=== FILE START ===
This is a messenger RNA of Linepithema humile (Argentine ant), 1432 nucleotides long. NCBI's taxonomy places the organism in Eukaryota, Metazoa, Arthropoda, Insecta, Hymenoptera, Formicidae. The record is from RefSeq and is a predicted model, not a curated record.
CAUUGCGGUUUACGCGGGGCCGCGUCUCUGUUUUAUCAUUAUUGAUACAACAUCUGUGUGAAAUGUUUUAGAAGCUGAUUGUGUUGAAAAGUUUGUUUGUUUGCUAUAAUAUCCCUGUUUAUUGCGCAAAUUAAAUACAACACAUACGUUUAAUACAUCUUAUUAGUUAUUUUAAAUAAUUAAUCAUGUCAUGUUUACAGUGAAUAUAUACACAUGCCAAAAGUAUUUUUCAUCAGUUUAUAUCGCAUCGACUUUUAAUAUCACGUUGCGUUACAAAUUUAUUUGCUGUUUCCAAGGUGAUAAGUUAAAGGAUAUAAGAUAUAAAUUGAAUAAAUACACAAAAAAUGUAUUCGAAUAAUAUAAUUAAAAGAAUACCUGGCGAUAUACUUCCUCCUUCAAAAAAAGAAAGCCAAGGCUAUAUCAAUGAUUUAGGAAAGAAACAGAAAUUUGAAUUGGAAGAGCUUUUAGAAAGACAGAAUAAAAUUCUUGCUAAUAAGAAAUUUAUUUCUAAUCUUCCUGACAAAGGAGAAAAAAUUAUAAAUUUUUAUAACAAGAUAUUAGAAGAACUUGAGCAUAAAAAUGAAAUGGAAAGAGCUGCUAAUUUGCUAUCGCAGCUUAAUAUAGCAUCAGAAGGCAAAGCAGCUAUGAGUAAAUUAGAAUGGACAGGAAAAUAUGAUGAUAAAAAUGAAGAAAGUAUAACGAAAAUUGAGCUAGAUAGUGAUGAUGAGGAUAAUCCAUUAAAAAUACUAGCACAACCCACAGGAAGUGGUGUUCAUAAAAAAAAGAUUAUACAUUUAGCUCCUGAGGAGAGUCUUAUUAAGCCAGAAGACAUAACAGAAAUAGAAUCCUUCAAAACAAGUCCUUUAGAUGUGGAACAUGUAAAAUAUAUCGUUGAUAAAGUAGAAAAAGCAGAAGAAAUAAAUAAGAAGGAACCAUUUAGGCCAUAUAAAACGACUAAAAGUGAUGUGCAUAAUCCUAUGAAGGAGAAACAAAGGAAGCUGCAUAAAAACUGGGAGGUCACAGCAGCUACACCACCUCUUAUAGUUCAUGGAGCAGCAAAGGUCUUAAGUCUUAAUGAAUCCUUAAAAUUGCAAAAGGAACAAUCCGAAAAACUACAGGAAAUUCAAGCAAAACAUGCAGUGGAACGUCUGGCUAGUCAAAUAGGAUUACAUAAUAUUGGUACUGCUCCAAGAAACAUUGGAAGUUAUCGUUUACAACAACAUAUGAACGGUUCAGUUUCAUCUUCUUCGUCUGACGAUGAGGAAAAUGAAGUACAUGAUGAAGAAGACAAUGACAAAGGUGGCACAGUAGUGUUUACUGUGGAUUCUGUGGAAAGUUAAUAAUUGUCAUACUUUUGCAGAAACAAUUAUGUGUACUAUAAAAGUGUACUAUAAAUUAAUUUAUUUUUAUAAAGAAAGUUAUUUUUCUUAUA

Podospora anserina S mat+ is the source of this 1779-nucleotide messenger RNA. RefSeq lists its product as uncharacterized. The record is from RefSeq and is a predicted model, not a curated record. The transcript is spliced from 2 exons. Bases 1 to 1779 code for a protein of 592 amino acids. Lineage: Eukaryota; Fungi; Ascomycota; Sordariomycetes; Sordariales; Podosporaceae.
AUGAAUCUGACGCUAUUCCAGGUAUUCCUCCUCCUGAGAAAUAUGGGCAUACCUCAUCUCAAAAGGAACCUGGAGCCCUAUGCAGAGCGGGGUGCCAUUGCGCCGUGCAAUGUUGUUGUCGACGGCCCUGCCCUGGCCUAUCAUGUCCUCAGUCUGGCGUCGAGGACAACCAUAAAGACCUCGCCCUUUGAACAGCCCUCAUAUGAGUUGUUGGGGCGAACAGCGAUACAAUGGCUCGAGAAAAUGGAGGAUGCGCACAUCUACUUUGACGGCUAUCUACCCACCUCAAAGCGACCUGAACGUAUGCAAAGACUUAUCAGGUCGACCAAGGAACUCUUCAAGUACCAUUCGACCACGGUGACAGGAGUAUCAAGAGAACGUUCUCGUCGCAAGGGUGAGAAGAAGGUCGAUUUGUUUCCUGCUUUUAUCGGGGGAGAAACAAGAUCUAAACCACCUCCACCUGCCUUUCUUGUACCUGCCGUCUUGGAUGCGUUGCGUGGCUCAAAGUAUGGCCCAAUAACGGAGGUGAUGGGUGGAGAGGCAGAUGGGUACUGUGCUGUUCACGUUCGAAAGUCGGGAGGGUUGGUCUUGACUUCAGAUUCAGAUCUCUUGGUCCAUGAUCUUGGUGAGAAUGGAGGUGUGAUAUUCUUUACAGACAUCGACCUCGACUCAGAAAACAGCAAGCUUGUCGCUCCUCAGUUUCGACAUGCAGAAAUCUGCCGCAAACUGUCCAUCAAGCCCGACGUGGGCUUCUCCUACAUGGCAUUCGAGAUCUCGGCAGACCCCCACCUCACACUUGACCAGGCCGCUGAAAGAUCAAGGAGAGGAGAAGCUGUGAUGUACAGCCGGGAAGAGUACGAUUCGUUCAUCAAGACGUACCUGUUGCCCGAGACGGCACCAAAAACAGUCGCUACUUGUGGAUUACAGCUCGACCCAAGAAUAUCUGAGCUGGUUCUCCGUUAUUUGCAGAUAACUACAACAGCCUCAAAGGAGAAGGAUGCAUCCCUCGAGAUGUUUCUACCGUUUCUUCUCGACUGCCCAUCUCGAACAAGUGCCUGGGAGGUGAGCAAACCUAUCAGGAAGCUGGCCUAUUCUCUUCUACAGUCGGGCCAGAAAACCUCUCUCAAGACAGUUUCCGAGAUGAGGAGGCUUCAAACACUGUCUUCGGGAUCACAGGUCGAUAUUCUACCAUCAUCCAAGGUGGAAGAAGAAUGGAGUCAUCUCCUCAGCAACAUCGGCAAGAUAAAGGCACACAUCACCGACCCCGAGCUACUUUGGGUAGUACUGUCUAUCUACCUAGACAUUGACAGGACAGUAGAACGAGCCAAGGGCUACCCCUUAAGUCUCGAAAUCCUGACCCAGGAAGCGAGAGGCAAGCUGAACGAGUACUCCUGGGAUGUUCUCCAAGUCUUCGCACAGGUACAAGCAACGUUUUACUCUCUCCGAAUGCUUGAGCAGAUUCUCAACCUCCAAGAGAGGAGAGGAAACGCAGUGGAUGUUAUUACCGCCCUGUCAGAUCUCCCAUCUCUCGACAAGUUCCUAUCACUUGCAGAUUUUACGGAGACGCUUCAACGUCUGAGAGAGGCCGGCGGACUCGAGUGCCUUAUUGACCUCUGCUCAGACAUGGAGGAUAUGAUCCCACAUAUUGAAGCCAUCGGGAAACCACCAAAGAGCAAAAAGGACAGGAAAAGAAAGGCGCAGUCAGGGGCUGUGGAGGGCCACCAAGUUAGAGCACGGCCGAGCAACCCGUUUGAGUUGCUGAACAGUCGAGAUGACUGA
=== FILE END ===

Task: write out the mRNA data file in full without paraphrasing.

This is a messenger RNA of Linepithema humile (Argentine ant), 1432 nucleotides long. NCBI's taxonomy places the organism in Eukaryota, Metazoa, Arthropoda, Insecta, Hymenoptera, Formicidae. The record is from RefSeq and is a predicted model, not a curated record.
CAUUGCGGUUUACGCGGGGCCGCGUCUCUGUUUUAUCAUUAUUGAUACAACAUCUGUGUGAAAUGUUUUAGAAGCUGAUUGUGUUGAAAAGUUUGUUUGUUUGCUAUAAUAUCCCUGUUUAUUGCGCAAAUUAAAUACAACACAUACGUUUAAUACAUCUUAUUAGUUAUUUUAAAUAAUUAAUCAUGUCAUGUUUACAGUGAAUAUAUACACAUGCCAAAAGUAUUUUUCAUCAGUUUAUAUCGCAUCGACUUUUAAUAUCACGUUGCGUUACAAAUUUAUUUGCUGUUUCCAAGGUGAUAAGUUAAAGGAUAUAAGAUAUAAAUUGAAUAAAUACACAAAAAAUGUAUUCGAAUAAUAUAAUUAAAAGAAUACCUGGCGAUAUACUUCCUCCUUCAAAAAAAGAAAGCCAAGGCUAUAUCAAUGAUUUAGGAAAGAAACAGAAAUUUGAAUUGGAAGAGCUUUUAGAAAGACAGAAUAAAAUUCUUGCUAAUAAGAAAUUUAUUUCUAAUCUUCCUGACAAAGGAGAAAAAAUUAUAAAUUUUUAUAACAAGAUAUUAGAAGAACUUGAGCAUAAAAAUGAAAUGGAAAGAGCUGCUAAUUUGCUAUCGCAGCUUAAUAUAGCAUCAGAAGGCAAAGCAGCUAUGAGUAAAUUAGAAUGGACAGGAAAAUAUGAUGAUAAAAAUGAAGAAAGUAUAACGAAAAUUGAGCUAGAUAGUGAUGAUGAGGAUAAUCCAUUAAAAAUACUAGCACAACCCACAGGAAGUGGUGUUCAUAAAAAAAAGAUUAUACAUUUAGCUCCUGAGGAGAGUCUUAUUAAGCCAGAAGACAUAACAGAAAUAGAAUCCUUCAAAACAAGUCCUUUAGAUGUGGAACAUGUAAAAUAUAUCGUUGAUAAAGUAGAAAAAGCAGAAGAAAUAAAUAAGAAGGAACCAUUUAGGCCAUAUAAAACGACUAAAAGUGAUGUGCAUAAUCCUAUGAAGGAGAAACAAAGGAAGCUGCAUAAAAACUGGGAGGUCACAGCAGCUACACCACCUCUUAUAGUUCAUGGAGCAGCAAAGGUCUUAAGUCUUAAUGAAUCCUUAAAAUUGCAAAAGGAACAAUCCGAAAAACUACAGGAAAUUCAAGCAAAACAUGCAGUGGAACGUCUGGCUAGUCAAAUAGGAUUACAUAAUAUUGGUACUGCUCCAAGAAACAUUGGAAGUUAUCGUUUACAACAACAUAUGAACGGUUCAGUUUCAUCUUCUUCGUCUGACGAUGAGGAAAAUGAAGUACAUGAUGAAGAAGACAAUGACAAAGGUGGCACAGUAGUGUUUACUGUGGAUUCUGUGGAAAGUUAAUAAUUGUCAUACUUUUGCAGAAACAAUUAUGUGUACUAUAAAAGUGUACUAUAAAUUAAUUUAUUUUUAUAAAGAAAGUUAUUUUUCUUAUA

Podospora anserina S mat+ is the source of this 1779-nucleotide messenger RNA. RefSeq lists its product as uncharacterized. The record is from RefSeq and is a predicted model, not a curated record. The transcript is spliced from 2 exons. Bases 1 to 1779 code for a protein of 592 amino acids. Lineage: Eukaryota; Fungi; Ascomycota; Sordariomycetes; Sordariales; Podosporaceae.
AUGAAUCUGACGCUAUUCCAGGUAUUCCUCCUCCUGAGAAAUAUGGGCAUACCUCAUCUCAAAAGGAACCUGGAGCCCUAUGCAGAGCGGGGUGCCAUUGCGCCGUGCAAUGUUGUUGUCGACGGCCCUGCCCUGGCCUAUCAUGUCCUCAGUCUGGCGUCGAGGACAACCAUAAAGACCUCGCCCUUUGAACAGCCCUCAUAUGAGUUGUUGGGGCGAACAGCGAUACAAUGGCUCGAGAAAAUGGAGGAUGCGCACAUCUACUUUGACGGCUAUCUACCCACCUCAAAGCGACCUGAACGUAUGCAAAGACUUAUCAGGUCGACCAAGGAACUCUUCAAGUACCAUUCGACCACGGUGACAGGAGUAUCAAGAGAACGUUCUCGUCGCAAGGGUGAGAAGAAGGUCGAUUUGUUUCCUGCUUUUAUCGGGGGAGAAACAAGAUCUAAACCACCUCCACCUGCCUUUCUUGUACCUGCCGUCUUGGAUGCGUUGCGUGGCUCAAAGUAUGGCCCAAUAACGGAGGUGAUGGGUGGAGAGGCAGAUGGGUACUGUGCUGUUCACGUUCGAAAGUCGGGAGGGUUGGUCUUGACUUCAGAUUCAGAUCUCUUGGUCCAUGAUCUUGGUGAGAAUGGAGGUGUGAUAUUCUUUACAGACAUCGACCUCGACUCAGAAAACAGCAAGCUUGUCGCUCCUCAGUUUCGACAUGCAGAAAUCUGCCGCAAACUGUCCAUCAAGCCCGACGUGGGCUUCUCCUACAUGGCAUUCGAGAUCUCGGCAGACCCCCACCUCACACUUGACCAGGCCGCUGAAAGAUCAAGGAGAGGAGAAGCUGUGAUGUACAGCCGGGAAGAGUACGAUUCGUUCAUCAAGACGUACCUGUUGCCCGAGACGGCACCAAAAACAGUCGCUACUUGUGGAUUACAGCUCGACCCAAGAAUAUCUGAGCUGGUUCUCCGUUAUUUGCAGAUAACUACAACAGCCUCAAAGGAGAAGGAUGCAUCCCUCGAGAUGUUUCUACCGUUUCUUCUCGACUGCCCAUCUCGAACAAGUGCCUGGGAGGUGAGCAAACCUAUCAGGAAGCUGGCCUAUUCUCUUCUACAGUCGGGCCAGAAAACCUCUCUCAAGACAGUUUCCGAGAUGAGGAGGCUUCAAACACUGUCUUCGGGAUCACAGGUCGAUAUUCUACCAUCAUCCAAGGUGGAAGAAGAAUGGAGUCAUCUCCUCAGCAACAUCGGCAAGAUAAAGGCACACAUCACCGACCCCGAGCUACUUUGGGUAGUACUGUCUAUCUACCUAGACAUUGACAGGACAGUAGAACGAGCCAAGGGCUACCCCUUAAGUCUCGAAAUCCUGACCCAGGAAGCGAGAGGCAAGCUGAACGAGUACUCCUGGGAUGUUCUCCAAGUCUUCGCACAGGUACAAGCAACGUUUUACUCUCUCCGAAUGCUUGAGCAGAUUCUCAACCUCCAAGAGAGGAGAGGAAACGCAGUGGAUGUUAUUACCGCCCUGUCAGAUCUCCCAUCUCUCGACAAGUUCCUAUCACUUGCAGAUUUUACGGAGACGCUUCAACGUCUGAGAGAGGCCGGCGGACUCGAGUGCCUUAUUGACCUCUGCUCAGACAUGGAGGAUAUGAUCCCACAUAUUGAAGCCAUCGGGAAACCACCAAAGAGCAAAAAGGACAGGAAAAGAAAGGCGCAGUCAGGGGCUGUGGAGGGCCACCAAGUUAGAGCACGGCCGAGCAACCCGUUUGAGUUGCUGAACAGUCGAGAUGACUGA